The Government has been accused of "hampering" an inquiry by MPs into the flagship Universal Credit benefit, which found that tens of millions of pounds had been wasted.
The Work and Pensions Select Committee said there remained "worrying uncertainty" over the computer system being used to bring in the new single payment for people who are looking for work or on a low income.
Universal Credit (UC) will replace six benefits, including jobseeker's allowance, income support, child tax credit and housing benefit, but a national roll out has been delayed.
The committee said the Department for Work and Pensions (DWP) needed to be "clear and frank" about the implications of the delays and called for revised estimates of costs to be published.
Computer problems meant that £40 million spent on software has had to be written off because it is of no further use, and a further £90 million has been spent on IT with a useful life of only five years, said the committee.
The IT problems were only revealed by a National Audit Office report last September, but the Government had known about them for at least 18 months, said the MPs.
"It is concerning that it took so long for the Government to acknowledge openly that there were problems with UC IT," said the report.
"The Government has hampered the committee's scrutiny of UC implementation by not providing accurate, timely and detailed information. It is not acceptable for the Government only to provide information about major policy changes when forced to do so by the imminent prospect of being held to account in a public evidence session."
Dame Anne Begg (Labour, Aberdeen South), who chairs the committee, said only 4,280 people were claiming UC by last December, compared with 1.22 million jobseekers allowance claimants, which showed the scale of the challenge facing the Government in trying to implement UC by 2017.
She said: "Whilst it is right to ensure that the system works properly before extending it, there is a difference between cautious progress and a snail's pace. Given the excruciatingly slow pace of roll-out to date, it is hard to see how the most recent implementation timetable can be met.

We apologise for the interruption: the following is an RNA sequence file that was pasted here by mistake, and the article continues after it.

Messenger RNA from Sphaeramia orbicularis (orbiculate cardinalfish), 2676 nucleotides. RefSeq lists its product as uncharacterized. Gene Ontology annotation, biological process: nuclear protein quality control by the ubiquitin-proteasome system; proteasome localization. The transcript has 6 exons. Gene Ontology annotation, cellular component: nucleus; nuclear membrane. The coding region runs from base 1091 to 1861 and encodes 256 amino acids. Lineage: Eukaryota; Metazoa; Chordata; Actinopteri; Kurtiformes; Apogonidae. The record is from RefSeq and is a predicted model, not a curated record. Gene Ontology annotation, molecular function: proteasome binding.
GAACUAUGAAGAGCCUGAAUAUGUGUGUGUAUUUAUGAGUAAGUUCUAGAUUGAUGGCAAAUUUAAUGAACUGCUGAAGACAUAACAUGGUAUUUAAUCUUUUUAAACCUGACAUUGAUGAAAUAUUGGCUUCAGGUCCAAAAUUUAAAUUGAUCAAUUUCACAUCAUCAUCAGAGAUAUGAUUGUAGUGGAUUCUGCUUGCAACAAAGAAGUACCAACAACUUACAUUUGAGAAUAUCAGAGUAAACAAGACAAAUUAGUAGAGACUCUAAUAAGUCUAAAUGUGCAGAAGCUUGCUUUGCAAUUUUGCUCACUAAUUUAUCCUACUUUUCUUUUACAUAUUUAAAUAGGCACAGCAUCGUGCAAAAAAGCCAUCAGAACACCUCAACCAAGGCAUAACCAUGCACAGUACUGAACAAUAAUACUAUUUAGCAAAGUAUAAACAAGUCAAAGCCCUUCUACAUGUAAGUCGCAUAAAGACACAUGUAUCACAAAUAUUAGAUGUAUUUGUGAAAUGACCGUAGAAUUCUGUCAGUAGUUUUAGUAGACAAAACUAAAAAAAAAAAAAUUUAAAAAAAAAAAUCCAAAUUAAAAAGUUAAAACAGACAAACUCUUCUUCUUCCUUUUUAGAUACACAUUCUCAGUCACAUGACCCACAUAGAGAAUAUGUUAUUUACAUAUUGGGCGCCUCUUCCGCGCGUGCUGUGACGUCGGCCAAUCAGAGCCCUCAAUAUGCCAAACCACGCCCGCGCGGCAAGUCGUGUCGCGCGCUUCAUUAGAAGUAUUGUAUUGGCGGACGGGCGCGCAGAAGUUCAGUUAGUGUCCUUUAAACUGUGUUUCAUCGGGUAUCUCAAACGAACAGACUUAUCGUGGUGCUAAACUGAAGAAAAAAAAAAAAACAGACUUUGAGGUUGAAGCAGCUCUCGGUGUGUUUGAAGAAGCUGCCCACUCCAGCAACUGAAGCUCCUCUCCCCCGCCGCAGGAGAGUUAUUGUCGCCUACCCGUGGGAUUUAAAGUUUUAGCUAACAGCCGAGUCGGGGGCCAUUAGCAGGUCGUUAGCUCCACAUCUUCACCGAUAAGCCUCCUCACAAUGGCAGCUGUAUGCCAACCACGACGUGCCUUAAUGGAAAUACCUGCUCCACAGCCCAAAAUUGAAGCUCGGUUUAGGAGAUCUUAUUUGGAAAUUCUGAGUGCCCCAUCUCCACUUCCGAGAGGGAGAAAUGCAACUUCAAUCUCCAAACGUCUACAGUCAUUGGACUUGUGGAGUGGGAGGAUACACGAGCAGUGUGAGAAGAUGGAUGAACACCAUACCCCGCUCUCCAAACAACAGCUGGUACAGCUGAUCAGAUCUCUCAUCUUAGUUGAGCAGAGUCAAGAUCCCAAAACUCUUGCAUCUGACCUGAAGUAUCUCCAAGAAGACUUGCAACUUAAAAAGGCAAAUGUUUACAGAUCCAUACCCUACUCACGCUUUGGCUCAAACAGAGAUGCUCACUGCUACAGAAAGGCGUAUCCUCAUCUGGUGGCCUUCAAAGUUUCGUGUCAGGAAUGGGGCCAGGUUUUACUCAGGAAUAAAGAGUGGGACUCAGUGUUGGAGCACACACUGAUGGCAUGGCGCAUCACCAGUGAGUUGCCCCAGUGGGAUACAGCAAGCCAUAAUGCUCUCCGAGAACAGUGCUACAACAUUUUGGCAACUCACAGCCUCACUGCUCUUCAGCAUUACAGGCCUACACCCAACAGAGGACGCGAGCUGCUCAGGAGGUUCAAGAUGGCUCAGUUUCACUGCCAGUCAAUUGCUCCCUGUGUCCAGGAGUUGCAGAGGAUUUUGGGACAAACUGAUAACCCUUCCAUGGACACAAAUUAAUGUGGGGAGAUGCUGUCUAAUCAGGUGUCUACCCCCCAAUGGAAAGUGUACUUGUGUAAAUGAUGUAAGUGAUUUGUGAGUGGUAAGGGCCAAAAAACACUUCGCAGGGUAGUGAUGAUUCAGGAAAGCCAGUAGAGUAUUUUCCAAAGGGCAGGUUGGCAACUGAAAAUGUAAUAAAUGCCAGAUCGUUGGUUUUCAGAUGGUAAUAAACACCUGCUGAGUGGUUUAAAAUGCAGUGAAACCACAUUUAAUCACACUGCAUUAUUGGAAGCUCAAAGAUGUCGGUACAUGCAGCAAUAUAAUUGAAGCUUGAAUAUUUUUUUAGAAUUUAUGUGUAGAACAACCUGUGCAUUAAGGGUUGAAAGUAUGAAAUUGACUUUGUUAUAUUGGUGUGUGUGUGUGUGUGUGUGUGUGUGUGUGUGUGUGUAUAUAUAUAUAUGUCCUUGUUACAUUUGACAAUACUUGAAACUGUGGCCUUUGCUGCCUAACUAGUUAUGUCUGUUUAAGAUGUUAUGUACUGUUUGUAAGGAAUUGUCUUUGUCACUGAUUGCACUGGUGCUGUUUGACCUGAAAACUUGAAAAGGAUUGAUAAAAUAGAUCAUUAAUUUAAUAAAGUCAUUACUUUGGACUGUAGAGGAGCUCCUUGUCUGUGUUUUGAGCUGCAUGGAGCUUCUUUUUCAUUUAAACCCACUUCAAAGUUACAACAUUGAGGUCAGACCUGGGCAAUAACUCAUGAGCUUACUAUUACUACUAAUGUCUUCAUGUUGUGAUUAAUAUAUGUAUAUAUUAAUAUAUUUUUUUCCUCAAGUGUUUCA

"Effective select committee scrutiny depends on the provision of accurate, timely and detailed information by government departments. DWP has not always provided this to the committee in the case of Universal Credit.
"The serious problems with UC came as news to us when the National Audit Office published its highly critical report last September, because the Government had not told us about its own concerns about UC, and the actions it had taken to address them, during 2012 and early 2013.
"On two occasions, the Government has made public the details about major changes to the timetable for UC implementation only when forced to do so by the prospect of oral evidence in front of the Committee. This lack of openness and transparency is not acceptable.
"We do not, as the Secretary of State (Iain Duncan Smith) suggested, want to run his department. We do, however, expect to have access to th e information we need to scrutinise it effectively."
Dame Anne told the Press Association that the DWP needed to be more open, and she agreed with the NAO, that there was a "good news culture" in the department.
Shadow work and pensions secretary Rachel Reeves, said: " The select committee is right to raise serious concerns about Universal Credit which has suffered endless delays and waste. Ministers promised one million people would be on the scheme by April 2014 but the latest figures show under 4,00 are.
"£131 million has been wasted already and on this programme which is so far costing an astonishing £161,905 per person. David Cameron must urgently get a grip of this crisis-hit policy before any more taxpayers money is wasted."
Public and Commercial Services union general secretary Mark Serwotka said: "The failure by the DWP to deliver an effective IT system is not just a terrible waste of public money, it is a disgrace that the department that constantly attacks benefit claimants through measures such as the bedroom tax and by portraying them as 'wasters' is, at the same time, squandering hundreds of millions of public money that should be spent on relieving poverty.
"PCS has no confidence that a new IT system will be any more robust than the first one. Only by urgently bringing the system back in house, and reversing the 25,000 DWP job cuts made since 2010 so that our members can manage their day to day workloads as well at UC implementation, will the Government stand any chance of averting a flagship failure."
A DWP spokesperson said: "Universal Credit and its IT systems are very clearly working well, with claimants receiving the new benefit and moving into work.
"We deliberately started in a slow, controlled and safe way, which the Committee itself has long recommended, so we can expand Universal Credit securely to more people.
"Universal Credit is on track and we will start expanding it to other Jobcentres from this summer."
The DWP spokesperson added: "We have made our plans to roll out Universal Credit very clear with regular updates.
"Furthermore, Universal Credit has come under significant scrutiny by Parliament, the NAO, the Public Accounts Committee and others. We do all we can to help these enquiries."